Five lucky community members will have the opportunity to both laugh and learn alongside the world famous Second City Touring Company this month, as the Santa Clarita Performing Arts Center at COC will offer a free improv for actors master class as a prelude to the company’s performance of “One Nation, Under Blog.”

“This is a great opportunity for interested community members to get involved, beyond just buying a ticket, and learn the skills of improv from a group of well trained performers,” said Adam Philipson, Managing Director of the Santa Clarita Performing Arts Center.

With an alumni list that includes comedy legends John Belushi, Bill Murray, Mike Myers, Gilda Radner and Chris Farley, The Second City has been the place for young, upcoming comedians to perfect their skills while delivering laughs.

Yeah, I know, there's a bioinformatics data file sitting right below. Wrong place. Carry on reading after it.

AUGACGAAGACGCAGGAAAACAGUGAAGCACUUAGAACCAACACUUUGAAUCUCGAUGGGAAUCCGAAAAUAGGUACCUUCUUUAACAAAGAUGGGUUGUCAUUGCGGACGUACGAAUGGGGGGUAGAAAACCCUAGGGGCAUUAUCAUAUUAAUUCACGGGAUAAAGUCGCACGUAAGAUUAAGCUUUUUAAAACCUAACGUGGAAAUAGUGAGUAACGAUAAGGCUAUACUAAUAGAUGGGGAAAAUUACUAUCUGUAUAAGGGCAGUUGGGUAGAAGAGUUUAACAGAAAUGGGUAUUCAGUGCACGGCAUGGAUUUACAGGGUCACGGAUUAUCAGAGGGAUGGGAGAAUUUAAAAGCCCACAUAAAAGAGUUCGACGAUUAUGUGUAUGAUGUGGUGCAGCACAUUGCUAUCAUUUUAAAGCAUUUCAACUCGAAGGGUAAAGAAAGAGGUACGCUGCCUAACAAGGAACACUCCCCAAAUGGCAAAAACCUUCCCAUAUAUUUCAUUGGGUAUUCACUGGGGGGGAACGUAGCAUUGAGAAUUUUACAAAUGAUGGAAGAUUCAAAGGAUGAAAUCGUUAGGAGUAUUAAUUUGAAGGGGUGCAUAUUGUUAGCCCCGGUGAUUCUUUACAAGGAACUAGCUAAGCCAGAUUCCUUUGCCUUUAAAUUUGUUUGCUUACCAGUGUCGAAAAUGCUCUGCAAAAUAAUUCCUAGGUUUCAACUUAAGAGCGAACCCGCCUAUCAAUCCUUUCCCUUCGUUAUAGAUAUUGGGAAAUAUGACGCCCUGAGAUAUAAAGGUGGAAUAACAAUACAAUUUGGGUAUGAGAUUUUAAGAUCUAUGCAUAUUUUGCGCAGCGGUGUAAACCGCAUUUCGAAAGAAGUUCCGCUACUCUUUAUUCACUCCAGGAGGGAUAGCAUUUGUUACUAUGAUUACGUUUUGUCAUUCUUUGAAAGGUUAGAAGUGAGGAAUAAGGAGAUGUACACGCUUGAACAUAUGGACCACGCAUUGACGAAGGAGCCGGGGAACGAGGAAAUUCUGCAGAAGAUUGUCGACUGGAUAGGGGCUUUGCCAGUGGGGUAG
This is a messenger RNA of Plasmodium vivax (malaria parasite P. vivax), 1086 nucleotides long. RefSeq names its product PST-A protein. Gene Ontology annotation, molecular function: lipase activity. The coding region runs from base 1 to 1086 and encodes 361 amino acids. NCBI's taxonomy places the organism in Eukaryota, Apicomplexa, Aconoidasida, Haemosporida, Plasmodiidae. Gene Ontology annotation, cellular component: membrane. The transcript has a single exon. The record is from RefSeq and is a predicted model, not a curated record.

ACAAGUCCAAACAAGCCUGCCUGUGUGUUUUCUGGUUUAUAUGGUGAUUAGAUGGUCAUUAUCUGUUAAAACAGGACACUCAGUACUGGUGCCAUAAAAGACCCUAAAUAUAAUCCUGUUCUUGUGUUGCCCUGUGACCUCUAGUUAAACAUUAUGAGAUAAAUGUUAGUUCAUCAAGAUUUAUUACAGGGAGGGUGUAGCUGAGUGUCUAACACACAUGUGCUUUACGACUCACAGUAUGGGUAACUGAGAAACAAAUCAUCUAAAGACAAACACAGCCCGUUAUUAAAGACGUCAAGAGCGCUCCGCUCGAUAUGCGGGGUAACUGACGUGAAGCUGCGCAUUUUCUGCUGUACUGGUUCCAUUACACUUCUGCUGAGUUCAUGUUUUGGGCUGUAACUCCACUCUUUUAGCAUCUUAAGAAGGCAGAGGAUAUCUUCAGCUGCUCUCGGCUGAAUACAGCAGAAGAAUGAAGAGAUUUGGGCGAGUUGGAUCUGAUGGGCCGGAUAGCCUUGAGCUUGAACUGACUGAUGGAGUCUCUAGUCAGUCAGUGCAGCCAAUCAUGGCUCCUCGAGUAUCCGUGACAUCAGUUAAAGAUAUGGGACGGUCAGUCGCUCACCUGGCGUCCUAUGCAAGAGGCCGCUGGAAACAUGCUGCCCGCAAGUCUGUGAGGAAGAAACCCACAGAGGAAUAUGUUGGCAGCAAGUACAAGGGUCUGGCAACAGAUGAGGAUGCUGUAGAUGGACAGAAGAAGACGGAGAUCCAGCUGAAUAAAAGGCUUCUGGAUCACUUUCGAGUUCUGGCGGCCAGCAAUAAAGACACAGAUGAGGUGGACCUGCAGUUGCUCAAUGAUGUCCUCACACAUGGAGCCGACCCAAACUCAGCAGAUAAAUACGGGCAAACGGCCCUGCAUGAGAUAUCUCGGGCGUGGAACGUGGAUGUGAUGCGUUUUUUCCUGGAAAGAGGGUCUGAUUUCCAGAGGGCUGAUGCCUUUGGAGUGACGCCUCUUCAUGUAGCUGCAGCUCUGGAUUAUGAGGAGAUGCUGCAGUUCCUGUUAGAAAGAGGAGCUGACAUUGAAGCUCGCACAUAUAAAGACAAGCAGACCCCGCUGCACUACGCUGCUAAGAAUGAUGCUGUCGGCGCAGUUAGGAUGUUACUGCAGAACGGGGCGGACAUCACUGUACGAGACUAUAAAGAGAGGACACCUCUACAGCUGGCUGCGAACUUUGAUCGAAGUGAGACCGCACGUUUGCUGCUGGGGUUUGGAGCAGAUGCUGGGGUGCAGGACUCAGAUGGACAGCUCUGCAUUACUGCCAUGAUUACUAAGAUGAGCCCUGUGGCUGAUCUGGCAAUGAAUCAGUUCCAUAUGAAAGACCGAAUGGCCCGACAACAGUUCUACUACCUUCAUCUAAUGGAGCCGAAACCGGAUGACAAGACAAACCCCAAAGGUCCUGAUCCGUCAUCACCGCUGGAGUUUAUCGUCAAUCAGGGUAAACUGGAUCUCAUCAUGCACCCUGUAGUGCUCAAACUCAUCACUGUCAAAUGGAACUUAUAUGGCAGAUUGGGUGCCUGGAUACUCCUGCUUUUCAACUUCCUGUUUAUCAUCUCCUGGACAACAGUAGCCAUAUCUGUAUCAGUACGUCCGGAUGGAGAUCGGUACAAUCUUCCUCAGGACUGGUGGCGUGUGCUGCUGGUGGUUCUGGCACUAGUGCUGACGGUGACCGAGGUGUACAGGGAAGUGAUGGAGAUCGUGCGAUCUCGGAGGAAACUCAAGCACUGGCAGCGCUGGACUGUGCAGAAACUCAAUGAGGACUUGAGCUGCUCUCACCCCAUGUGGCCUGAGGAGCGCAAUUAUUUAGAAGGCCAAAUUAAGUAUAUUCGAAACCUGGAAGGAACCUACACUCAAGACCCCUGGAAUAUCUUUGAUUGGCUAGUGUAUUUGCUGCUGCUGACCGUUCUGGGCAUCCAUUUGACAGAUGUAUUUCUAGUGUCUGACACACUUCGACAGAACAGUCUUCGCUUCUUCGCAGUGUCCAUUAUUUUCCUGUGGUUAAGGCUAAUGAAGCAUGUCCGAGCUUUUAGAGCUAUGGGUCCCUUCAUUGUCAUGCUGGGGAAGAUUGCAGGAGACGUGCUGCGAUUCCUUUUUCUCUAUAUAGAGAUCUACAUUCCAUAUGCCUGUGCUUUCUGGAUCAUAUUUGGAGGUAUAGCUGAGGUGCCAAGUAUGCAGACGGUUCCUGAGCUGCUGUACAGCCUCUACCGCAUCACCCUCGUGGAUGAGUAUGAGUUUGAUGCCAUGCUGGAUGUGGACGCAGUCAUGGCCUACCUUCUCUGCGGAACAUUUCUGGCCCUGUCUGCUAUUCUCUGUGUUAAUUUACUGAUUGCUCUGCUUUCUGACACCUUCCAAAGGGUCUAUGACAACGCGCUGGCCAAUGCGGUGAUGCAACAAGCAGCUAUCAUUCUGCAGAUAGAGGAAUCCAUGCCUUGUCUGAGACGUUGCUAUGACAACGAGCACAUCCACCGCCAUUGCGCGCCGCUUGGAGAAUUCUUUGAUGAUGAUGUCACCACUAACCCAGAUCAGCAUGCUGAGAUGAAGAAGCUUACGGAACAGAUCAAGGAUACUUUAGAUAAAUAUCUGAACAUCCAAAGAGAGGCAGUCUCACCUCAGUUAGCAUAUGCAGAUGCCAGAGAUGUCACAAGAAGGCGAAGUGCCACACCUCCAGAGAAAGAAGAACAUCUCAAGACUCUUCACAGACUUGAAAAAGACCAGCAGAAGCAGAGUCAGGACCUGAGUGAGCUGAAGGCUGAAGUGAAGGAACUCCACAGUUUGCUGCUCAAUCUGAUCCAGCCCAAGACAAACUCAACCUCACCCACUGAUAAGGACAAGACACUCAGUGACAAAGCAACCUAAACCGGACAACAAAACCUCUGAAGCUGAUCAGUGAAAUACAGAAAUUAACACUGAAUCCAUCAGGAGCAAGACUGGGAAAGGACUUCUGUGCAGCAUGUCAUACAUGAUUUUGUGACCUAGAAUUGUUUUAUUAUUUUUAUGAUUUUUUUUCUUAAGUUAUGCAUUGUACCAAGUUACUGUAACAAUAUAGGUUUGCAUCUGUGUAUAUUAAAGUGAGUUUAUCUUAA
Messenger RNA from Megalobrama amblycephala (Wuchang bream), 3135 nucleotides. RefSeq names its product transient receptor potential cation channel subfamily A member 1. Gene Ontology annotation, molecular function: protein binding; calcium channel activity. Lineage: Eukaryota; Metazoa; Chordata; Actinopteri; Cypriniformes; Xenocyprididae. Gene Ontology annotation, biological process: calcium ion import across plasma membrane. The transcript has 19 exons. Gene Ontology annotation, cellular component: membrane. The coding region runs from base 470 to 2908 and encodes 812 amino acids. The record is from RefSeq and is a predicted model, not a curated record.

Having performed to packed houses across North America for more than 45 years, the funny and fast-paced comedy of The Second City will take the main stage at the Performing Arts Center at 8 p.m., Saturday April 19.

“We can’t wait to perform for a California audience, and we’re especially excited to be playing a unique state-of-the-art venue like the Santa Clarita (Performing Arts Center) at College of the Canyons,” said Second City Touring and Theatricals Producer, Jenna Altobelli.

In addition, from 3 p.m. to 5 p.m. on the day of the show, The Second City Touring Company will host an improv for actors master class designed to teach COC performing arts students scenic improvisation, with an emphasis on connection and relationship — using concepts such as supporting the ensemble, mirroring, exploring and heightening, give and take focus, wants and intentions, subtext, scenic structure, given circumstances, beats and points of view.